Sh2-106 is an emission nebula and a star formation region in the constellation Cygnus (The Swan), an isolated area of the Milky Way. S106 was the 106th object to be catalogued by astronomer Stewart Sharpless in the 1950s. It is an H II region estimated to be around 2,000 light-years from Earth, and spans about 2 light-years across. In the center of the nebula is a young and massive star that emits jets of hot gas and dust from its poles, squeezing the expanding nebula into its apparent hourglass or bipolar shape.
Hubble’s view captures furious activity in the nebula, with ridges and ripples of super-hot gas mixing with the cooler interstellar medium. Responsible for this turbulence is the central star, a source of infrared radiation usually referred to as S106 IRS 4 (Infrared Source 4), approximately 15 solar masses. Two jets of matter, glowing blue, streaming from its poles heat surrounding matter to a temperature of around 10,000°C., with dusky red veins, not ionized by the star’s jets, surround the blue emission from the nebula. It is ejecting material at around 100 km/sec. With an estimated surface temperature of 37,000°K, it is classified as a type O8 star.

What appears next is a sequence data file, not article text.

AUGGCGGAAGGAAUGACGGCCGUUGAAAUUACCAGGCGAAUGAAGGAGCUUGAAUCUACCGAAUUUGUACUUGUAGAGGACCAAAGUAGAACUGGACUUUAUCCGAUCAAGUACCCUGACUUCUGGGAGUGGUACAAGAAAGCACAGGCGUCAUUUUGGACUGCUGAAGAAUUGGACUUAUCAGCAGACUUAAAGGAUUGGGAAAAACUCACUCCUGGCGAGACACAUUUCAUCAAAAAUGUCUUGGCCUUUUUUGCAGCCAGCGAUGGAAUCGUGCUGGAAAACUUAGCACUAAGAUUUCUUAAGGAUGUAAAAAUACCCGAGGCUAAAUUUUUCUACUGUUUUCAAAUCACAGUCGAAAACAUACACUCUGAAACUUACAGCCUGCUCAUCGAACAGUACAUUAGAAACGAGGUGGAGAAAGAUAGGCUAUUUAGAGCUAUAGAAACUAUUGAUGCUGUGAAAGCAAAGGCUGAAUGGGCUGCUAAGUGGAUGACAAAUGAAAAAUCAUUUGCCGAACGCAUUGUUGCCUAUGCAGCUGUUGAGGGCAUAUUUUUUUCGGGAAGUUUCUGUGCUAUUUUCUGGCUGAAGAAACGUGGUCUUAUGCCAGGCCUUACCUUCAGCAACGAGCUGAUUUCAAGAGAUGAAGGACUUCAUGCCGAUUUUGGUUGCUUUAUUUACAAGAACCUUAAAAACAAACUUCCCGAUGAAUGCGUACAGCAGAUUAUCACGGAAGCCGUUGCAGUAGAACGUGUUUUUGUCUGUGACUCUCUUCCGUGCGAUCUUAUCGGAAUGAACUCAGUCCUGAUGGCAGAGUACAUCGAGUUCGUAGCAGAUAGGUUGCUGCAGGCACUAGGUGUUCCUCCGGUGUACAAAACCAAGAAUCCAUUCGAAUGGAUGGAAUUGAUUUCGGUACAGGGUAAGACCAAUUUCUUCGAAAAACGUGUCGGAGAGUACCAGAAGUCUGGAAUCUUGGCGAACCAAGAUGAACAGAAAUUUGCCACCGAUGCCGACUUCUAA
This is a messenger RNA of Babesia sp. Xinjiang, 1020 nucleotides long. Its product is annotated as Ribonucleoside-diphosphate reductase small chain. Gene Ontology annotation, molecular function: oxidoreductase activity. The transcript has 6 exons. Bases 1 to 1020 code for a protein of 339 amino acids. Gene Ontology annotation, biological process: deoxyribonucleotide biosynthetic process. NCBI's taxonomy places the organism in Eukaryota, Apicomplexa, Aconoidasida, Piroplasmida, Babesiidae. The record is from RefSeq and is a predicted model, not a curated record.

Studies of images has revealed that the star-forming region has also created hundreds of low-mass brown dwarf stars and protostars. At purely infrared wavelengths, more than 600 of these sub-stellar objects appear. These “failed” stars weigh less than a tenth of our Sun, and because of their low mass, they cannot produce sustained energy through nuclear fusion like our Sun does. They encompass the nebula in a small cluster.
Credit: NASA, Wikipedia.